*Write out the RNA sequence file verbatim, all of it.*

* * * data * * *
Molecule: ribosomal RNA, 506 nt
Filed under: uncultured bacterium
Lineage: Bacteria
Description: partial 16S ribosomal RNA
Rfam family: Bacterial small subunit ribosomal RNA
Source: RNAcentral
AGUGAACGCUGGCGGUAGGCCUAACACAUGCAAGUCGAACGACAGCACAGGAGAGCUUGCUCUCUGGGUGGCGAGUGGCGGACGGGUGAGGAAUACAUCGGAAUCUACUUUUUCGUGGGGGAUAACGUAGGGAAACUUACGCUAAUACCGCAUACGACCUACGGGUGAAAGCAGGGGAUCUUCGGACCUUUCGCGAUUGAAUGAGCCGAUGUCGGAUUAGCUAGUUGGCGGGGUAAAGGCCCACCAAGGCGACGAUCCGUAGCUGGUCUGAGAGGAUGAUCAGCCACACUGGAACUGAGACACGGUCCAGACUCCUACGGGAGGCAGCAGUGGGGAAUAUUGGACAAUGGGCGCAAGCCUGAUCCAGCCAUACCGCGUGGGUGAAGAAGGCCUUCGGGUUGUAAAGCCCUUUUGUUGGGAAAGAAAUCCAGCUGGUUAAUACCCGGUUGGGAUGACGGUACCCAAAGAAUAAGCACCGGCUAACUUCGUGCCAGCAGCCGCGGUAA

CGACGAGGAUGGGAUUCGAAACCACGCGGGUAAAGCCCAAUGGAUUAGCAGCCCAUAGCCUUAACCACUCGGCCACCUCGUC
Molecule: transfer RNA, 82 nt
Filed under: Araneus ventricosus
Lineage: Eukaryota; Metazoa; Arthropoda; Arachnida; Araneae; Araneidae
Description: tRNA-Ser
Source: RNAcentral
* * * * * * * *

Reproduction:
Molecule: ribosomal RNA, 506 nt
Filed under: uncultured bacterium
Lineage: Bacteria
Description: partial 16S ribosomal RNA
Rfam family: Bacterial small subunit ribosomal RNA
Source: RNAcentral
AGUGAACGCUGGCGGUAGGCCUAACACAUGCAAGUCGAACGACAGCACAGGAGAGCUUGCUCUCUGGGUGGCGAGUGGCGGACGGGUGAGGAAUACAUCGGAAUCUACUUUUUCGUGGGGGAUAACGUAGGGAAACUUACGCUAAUACCGCAUACGACCUACGGGUGAAAGCAGGGGAUCUUCGGACCUUUCGCGAUUGAAUGAGCCGAUGUCGGAUUAGCUAGUUGGCGGGGUAAAGGCCCACCAAGGCGACGAUCCGUAGCUGGUCUGAGAGGAUGAUCAGCCACACUGGAACUGAGACACGGUCCAGACUCCUACGGGAGGCAGCAGUGGGGAAUAUUGGACAAUGGGCGCAAGCCUGAUCCAGCCAUACCGCGUGGGUGAAGAAGGCCUUCGGGUUGUAAAGCCCUUUUGUUGGGAAAGAAAUCCAGCUGGUUAAUACCCGGUUGGGAUGACGGUACCCAAAGAAUAAGCACCGGCUAACUUCGUGCCAGCAGCCGCGGUAA

CGACGAGGAUGGGAUUCGAAACCACGCGGGUAAAGCCCAAUGGAUUAGCAGCCCAUAGCCUUAACCACUCGGCCACCUCGUC
Molecule: transfer RNA, 82 nt
Filed under: Araneus ventricosus
Lineage: Eukaryota; Metazoa; Arthropoda; Arachnida; Araneae; Araneidae
Description: tRNA-Ser
Source: RNAcentral